Friday, October 9, 2009

Dracula A.D. 1972 (1972) - One Fan's Memory

Long ago (1979 or 1980) CBS showed late-late movies, and one dark cold Friday night they showed Dracula A.D. 1972 , so being about ten years old and a monster fan I snuck down stairs and watched it on the only color TV in the house. My memories of that watching consists of being scared (but that was the fun of it) and wanting to see more of Christopher Lee as Dracula.

Now, in my late-late thirties, I decided to re-watch the movie for the first time since that dark and cold Friday night many moons ago. Of course I'm viewing the movie through a different lens now. The time of 1972 is 38 years in the past now, where it was only eight years in the past when I first watched it. The culture shock is more pronounced today after seeing those 1970's fashions and hearing the music of the Stoneground.

Also, after studying horror movies and the people that made them I have more insight into the movie and can place it in it's proper historical context. That's fancy talk for I know more than I did then.

The movie has Dracula, Lord of the Undead, in the hip and happening London of 1972 after his ashes were buried in unsanctified soil next to a church a hundred years before. Wanting revenge on the Van Helsing family, he seeks to make the great great grand daughter of the Van Helsing (Stephanie Beacham) who killed him his vampire bride.

The great Peter Cushing plays both Van Helsings (1872 grandfather and 1972 grandson). He would play Van Helsing two more times, in The Satanic Rites of Dracula and The Legend of the 7 Golden Vampires. Lee would be a Hammer Dracula only once more for Hammer (in the Satanic Rite of Dracula). Christopher Neame is devilish as the disciple of the Dracula Johnny Alucard (get it, Alucard) who raises him using a satanic ritual. There's a police detective character who does nothing but supply exposition to Van Helsing, which is a waste. Also wasted with too little screen time (but looking sexy in a black dress) is Caroline Munro, who should of been used more in this film.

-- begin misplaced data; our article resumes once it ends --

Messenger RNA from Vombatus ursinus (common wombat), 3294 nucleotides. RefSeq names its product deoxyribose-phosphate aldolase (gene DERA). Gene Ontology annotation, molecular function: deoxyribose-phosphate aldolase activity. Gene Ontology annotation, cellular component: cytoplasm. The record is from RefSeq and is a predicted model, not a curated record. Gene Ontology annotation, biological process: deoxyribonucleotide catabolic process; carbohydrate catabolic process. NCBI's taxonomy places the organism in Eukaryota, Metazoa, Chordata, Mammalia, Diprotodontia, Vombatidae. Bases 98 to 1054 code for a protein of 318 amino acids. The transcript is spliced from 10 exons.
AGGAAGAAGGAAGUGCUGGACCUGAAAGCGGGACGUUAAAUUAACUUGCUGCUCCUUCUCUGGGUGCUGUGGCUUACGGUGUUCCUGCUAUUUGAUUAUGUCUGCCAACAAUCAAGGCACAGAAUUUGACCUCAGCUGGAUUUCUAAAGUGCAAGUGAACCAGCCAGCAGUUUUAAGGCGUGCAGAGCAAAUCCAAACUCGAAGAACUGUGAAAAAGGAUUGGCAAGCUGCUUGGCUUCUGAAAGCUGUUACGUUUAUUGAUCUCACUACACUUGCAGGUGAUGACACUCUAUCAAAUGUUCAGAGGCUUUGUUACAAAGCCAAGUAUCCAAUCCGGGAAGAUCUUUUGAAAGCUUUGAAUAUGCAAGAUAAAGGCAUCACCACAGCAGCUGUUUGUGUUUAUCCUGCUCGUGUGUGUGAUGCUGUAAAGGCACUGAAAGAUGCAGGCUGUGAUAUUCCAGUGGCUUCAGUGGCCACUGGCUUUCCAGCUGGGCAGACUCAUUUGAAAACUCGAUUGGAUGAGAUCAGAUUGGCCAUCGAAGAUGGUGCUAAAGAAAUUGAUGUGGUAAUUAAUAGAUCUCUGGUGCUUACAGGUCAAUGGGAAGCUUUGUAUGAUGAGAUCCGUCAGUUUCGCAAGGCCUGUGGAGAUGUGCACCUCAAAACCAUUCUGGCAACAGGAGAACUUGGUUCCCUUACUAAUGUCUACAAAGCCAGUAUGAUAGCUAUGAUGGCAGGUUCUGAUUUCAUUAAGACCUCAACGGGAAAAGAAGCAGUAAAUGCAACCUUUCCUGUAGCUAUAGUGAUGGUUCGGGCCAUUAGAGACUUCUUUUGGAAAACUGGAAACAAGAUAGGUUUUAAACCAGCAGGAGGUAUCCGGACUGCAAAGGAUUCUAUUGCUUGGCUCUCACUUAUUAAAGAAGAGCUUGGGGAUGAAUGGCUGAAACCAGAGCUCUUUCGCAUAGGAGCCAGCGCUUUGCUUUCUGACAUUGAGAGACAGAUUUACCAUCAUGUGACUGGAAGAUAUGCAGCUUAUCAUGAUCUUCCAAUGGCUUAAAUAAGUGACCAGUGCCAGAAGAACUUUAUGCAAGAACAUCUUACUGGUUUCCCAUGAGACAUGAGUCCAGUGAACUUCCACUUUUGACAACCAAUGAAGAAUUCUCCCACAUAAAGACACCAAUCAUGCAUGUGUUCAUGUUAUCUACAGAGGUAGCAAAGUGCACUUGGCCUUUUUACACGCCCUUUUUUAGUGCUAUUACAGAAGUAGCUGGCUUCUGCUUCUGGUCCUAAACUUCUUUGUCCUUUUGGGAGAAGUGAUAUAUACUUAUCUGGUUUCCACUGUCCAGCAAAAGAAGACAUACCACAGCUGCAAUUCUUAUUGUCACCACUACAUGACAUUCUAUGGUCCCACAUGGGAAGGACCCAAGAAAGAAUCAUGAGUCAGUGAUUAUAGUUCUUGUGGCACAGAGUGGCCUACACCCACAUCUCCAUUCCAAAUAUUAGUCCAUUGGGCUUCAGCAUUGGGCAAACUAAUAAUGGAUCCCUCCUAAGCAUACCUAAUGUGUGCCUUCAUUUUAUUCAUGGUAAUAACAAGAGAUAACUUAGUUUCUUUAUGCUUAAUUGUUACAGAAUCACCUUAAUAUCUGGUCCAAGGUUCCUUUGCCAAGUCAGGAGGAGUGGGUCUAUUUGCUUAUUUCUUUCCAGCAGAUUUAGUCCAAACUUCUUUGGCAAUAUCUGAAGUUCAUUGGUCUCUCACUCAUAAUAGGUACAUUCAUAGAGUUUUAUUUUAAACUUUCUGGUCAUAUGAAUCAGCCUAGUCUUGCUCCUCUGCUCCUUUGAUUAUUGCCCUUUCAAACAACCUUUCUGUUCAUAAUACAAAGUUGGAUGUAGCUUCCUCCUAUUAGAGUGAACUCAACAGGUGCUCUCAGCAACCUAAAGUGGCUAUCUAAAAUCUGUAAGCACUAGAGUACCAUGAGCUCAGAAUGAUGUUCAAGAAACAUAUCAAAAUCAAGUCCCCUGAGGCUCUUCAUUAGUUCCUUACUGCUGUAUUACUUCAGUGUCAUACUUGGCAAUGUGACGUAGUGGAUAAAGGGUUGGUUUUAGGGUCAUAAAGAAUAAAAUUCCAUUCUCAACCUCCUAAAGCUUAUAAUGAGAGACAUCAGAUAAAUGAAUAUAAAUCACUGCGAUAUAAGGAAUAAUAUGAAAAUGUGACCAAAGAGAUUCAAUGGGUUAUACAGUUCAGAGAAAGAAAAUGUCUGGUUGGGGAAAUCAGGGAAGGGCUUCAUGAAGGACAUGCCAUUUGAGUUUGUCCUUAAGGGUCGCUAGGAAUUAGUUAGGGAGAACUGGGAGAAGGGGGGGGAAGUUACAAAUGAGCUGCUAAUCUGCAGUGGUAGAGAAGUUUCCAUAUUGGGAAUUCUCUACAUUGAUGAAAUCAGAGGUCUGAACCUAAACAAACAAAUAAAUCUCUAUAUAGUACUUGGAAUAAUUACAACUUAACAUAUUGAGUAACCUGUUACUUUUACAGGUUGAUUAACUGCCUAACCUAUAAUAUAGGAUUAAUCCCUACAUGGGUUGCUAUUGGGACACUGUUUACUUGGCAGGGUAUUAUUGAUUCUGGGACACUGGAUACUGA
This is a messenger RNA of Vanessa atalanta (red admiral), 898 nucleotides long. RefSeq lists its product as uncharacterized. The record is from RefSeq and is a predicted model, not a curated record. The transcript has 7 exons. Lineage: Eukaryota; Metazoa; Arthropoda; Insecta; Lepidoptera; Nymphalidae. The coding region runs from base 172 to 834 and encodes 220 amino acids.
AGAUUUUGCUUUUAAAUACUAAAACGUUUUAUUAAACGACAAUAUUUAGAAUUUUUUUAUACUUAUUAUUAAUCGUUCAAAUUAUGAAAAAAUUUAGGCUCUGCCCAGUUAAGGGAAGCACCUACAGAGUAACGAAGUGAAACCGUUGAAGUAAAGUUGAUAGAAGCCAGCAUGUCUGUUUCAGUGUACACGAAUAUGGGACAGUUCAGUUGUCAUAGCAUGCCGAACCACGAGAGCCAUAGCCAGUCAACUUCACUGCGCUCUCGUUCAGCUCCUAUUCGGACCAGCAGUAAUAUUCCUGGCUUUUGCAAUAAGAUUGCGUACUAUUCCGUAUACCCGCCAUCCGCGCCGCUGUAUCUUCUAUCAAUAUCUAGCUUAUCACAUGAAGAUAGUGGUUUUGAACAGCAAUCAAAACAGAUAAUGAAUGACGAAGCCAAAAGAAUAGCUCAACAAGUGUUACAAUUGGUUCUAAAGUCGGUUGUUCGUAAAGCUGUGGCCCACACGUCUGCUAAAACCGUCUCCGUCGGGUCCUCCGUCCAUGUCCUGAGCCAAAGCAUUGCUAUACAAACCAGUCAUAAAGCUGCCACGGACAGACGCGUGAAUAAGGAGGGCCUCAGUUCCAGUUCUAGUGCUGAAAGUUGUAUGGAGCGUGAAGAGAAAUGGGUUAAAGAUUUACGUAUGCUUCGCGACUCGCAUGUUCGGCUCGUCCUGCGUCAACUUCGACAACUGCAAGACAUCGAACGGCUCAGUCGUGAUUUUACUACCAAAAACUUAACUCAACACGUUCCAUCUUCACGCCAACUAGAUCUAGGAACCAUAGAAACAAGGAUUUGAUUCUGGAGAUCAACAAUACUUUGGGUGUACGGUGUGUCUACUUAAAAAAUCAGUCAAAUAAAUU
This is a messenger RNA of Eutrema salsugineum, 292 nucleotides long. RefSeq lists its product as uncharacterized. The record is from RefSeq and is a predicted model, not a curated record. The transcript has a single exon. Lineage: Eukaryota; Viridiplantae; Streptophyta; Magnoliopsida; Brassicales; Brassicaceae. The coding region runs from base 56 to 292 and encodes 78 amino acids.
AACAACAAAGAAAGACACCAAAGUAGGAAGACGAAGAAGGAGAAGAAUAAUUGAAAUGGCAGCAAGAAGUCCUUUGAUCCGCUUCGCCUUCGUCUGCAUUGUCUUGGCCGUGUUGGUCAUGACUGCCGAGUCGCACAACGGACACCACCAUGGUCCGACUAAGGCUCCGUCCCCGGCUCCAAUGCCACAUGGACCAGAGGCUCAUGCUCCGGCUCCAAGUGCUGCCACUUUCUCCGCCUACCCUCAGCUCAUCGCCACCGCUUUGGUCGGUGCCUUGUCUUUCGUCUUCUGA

So why did Hammer put Dracula in 1972? Much has been written about it, but here is my thoughts on the subject. First, coming into the 1970's Hammer was starting to loose money, a situation which would eventually shut them down (although they, like Dracula many times before, they have been resurrected recently). As a matter of fact I think they did only three more period movies before going into their long slumber from making films. It's more cost effective to set a movie in modern times than period settings, I'm sure the producers were thinking about that.

On the creative end, I'm sure they were running out of ideas of what to do with Dracula. Putting him in (then) contemporary London makes sense if you want to rejuvenate the franchise. Unfortunately, they never take advantage of it. All Dracula does is hang out in an abandoned church the whole time. Neame has to bring him victims to suck, you never see Dracula going out and hunting down Londoners in the streets or in the trendy clubs like Blackula or Count Yorga did. Why bring Dracula to 1972 if you're not going to make the most of it?

On this my ten year old self and I agree, we needed more Dracula. My late thirties self also thinks we needed more of Caroline Munro in a skimpy black dress, but we'll address that at a different time.

The band the Stoneground, who I didn't think were a real band until I looked this film up on Wikipedia, actually serve a purpose in this movie. After the opening set one hundred years before, they help set the movie in 1972 for the audience, then and now. And man do we know it's 1972 from the scenes after the opening credits. Oh, that early seventies music! Oh, those early seventies fashion! What was probably hip then is cheesy now, but ads to the charm of the film.

One scene I remember well, is of the modern day Van Helsing racing through the streets of London to save his grand daughter. At ten, this was a thrilling sequence that made me root for Van Helsing. Today I found myself yelling at the TV, upset that they made poor frail Peter Cushing run in the cold streets at his age. Poor, poor, Peter.

The big memory of this movie is the Resurrection ceremony in the old church the group of friends unwittingly attend, thinking it will be a far out scene to dig (oh, that early seventies slang!). That creepy music (White Noice's Black Mass: an Electric Storm in Hell ) stuck with me for a long time.

So, after all is said and done, ten year old me loved being scared and loved the movie. And you know what, for all it's faults it's still a fun movie.

Until Next Time, Stay Insane!

1 comment:

Bernard said...

Don't forget the late show opening: